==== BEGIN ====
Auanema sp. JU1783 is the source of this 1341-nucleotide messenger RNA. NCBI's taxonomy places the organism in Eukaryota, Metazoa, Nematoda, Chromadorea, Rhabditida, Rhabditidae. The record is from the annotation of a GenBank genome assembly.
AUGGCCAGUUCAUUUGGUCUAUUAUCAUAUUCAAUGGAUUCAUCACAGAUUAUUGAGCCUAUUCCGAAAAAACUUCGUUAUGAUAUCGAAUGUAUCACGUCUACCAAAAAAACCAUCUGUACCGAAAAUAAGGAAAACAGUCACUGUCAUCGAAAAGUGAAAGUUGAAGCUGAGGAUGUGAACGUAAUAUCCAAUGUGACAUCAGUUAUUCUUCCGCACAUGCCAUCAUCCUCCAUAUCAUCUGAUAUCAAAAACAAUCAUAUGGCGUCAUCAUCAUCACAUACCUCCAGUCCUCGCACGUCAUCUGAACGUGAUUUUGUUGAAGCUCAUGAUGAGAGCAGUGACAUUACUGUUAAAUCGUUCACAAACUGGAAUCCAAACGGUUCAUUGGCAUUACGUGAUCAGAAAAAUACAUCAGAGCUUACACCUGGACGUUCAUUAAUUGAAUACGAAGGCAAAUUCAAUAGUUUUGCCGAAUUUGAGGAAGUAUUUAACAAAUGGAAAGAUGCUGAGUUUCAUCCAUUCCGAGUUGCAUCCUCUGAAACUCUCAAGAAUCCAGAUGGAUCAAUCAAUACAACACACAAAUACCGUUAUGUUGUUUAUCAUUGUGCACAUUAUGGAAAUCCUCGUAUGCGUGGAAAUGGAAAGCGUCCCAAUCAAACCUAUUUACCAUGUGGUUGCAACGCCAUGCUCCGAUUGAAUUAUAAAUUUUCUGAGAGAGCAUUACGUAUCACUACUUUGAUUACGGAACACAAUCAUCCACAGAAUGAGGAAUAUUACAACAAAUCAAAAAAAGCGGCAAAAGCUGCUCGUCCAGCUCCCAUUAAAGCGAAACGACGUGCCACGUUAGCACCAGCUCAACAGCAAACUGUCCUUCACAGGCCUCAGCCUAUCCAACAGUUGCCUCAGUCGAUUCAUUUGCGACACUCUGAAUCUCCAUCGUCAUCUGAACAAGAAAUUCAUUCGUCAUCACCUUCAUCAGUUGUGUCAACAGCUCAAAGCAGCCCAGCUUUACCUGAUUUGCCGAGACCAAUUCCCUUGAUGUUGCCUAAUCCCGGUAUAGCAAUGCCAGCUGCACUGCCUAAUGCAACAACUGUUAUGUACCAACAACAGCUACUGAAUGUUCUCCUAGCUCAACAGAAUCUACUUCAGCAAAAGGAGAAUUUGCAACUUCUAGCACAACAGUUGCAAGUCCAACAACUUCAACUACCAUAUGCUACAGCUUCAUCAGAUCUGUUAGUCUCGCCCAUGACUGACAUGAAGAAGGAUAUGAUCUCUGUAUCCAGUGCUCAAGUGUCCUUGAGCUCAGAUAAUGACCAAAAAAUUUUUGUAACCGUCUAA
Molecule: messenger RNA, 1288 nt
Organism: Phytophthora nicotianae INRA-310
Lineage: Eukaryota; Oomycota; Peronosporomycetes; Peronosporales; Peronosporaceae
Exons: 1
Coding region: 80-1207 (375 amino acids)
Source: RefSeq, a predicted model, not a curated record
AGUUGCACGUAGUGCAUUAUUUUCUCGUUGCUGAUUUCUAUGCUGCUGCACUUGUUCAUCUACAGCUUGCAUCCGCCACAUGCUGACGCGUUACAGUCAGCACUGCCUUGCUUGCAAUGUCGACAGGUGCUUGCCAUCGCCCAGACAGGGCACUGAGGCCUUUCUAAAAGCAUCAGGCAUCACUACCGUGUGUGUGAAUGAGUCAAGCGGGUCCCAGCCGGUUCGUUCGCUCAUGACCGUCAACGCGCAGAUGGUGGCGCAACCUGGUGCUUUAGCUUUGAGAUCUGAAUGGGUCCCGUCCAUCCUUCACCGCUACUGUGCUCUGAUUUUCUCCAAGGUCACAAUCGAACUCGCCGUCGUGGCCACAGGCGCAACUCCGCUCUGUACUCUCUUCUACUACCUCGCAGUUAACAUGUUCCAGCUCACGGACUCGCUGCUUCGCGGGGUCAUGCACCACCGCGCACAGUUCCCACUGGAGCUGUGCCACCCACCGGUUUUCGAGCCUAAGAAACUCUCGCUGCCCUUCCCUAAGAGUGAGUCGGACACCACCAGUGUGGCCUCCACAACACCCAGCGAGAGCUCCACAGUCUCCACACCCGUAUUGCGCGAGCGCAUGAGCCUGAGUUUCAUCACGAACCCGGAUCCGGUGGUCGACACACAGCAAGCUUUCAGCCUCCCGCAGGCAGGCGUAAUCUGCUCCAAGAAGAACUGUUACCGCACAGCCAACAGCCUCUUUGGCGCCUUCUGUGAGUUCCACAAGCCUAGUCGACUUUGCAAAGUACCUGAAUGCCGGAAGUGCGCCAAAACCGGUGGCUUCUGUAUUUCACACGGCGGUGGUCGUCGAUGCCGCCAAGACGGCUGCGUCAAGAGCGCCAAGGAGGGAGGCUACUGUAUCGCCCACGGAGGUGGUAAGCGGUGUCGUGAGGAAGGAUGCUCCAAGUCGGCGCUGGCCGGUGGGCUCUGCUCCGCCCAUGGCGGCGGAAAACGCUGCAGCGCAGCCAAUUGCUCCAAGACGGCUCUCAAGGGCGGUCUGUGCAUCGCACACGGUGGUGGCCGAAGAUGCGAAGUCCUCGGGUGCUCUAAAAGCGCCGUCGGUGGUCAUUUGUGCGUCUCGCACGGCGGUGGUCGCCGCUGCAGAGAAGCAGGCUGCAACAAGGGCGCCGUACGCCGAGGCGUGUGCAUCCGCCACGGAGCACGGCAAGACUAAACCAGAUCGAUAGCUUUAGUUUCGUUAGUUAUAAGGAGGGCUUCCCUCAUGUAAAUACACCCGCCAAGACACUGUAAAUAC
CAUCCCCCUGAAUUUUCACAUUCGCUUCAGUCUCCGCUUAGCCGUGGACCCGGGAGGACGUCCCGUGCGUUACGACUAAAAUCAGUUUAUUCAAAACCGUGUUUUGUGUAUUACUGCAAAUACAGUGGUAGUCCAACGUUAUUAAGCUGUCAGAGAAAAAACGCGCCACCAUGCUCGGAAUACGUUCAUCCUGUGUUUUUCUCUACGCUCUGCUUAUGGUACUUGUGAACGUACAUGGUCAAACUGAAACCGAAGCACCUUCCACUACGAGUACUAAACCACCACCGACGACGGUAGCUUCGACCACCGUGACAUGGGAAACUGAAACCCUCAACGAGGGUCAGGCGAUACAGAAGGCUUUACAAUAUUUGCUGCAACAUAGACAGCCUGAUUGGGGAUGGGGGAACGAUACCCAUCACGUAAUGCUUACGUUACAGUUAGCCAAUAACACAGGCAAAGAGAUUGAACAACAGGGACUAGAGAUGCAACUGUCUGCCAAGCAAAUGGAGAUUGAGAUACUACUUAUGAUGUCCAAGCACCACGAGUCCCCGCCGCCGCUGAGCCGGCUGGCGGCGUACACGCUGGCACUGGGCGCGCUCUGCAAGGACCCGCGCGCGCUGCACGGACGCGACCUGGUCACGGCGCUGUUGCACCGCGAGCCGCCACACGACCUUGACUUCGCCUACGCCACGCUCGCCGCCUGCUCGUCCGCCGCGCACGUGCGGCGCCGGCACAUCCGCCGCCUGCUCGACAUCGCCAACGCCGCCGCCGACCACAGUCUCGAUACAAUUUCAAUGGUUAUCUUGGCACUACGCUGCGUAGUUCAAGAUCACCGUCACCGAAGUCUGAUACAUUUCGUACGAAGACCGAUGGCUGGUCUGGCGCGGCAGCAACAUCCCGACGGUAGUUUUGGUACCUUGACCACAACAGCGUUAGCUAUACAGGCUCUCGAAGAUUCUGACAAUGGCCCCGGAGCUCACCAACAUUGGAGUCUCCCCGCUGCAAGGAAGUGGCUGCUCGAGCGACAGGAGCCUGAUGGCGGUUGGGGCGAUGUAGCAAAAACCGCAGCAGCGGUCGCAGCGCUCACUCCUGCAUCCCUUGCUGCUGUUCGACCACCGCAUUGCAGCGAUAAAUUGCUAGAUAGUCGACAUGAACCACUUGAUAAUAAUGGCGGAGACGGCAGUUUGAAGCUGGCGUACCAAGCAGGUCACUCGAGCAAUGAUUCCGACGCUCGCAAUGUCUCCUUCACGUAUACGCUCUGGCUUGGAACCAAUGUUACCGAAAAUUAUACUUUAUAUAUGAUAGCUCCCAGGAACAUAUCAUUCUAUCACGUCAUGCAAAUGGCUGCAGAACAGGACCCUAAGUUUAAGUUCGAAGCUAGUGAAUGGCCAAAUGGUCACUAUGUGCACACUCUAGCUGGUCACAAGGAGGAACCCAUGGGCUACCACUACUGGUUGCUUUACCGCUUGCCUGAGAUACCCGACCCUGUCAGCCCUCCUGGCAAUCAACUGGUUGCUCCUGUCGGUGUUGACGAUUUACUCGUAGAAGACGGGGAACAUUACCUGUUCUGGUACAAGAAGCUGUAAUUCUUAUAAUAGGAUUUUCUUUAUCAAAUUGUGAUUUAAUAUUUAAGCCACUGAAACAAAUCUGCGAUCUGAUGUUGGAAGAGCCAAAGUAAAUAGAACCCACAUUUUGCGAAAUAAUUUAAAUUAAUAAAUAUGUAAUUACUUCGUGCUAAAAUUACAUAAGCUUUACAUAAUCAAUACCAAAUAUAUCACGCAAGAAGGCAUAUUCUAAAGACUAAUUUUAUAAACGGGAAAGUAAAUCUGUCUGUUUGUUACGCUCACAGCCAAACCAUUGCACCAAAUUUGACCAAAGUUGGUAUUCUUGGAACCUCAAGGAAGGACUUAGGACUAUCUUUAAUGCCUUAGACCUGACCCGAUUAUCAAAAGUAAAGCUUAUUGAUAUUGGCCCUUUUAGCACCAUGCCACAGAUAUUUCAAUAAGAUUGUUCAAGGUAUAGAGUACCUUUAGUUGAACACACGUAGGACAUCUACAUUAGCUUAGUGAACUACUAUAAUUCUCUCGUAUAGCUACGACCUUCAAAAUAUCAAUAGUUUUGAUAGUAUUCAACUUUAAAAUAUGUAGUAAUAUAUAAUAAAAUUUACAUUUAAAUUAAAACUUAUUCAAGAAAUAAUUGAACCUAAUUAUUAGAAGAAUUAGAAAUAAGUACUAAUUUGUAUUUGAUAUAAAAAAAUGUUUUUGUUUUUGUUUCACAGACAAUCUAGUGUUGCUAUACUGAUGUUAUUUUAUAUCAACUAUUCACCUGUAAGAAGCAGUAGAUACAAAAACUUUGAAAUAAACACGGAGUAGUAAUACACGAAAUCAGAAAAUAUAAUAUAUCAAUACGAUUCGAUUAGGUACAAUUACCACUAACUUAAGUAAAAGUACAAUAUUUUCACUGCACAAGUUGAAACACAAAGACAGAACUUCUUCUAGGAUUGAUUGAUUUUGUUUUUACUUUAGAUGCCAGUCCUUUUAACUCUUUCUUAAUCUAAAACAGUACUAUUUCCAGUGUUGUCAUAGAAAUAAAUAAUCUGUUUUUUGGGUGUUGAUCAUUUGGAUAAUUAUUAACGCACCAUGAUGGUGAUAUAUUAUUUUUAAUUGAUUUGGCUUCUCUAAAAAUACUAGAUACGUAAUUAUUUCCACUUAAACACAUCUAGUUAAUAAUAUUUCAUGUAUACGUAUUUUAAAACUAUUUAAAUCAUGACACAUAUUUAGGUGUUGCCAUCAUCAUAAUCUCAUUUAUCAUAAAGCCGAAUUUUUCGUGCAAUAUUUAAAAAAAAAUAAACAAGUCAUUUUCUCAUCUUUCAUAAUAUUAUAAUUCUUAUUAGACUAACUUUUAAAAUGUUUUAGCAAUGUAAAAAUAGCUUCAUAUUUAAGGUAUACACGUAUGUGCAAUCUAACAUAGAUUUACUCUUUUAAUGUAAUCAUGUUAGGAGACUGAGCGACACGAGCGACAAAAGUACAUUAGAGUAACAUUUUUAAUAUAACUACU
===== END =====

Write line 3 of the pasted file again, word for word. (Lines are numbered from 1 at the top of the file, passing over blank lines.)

Molecule: messenger RNA, 1288 nt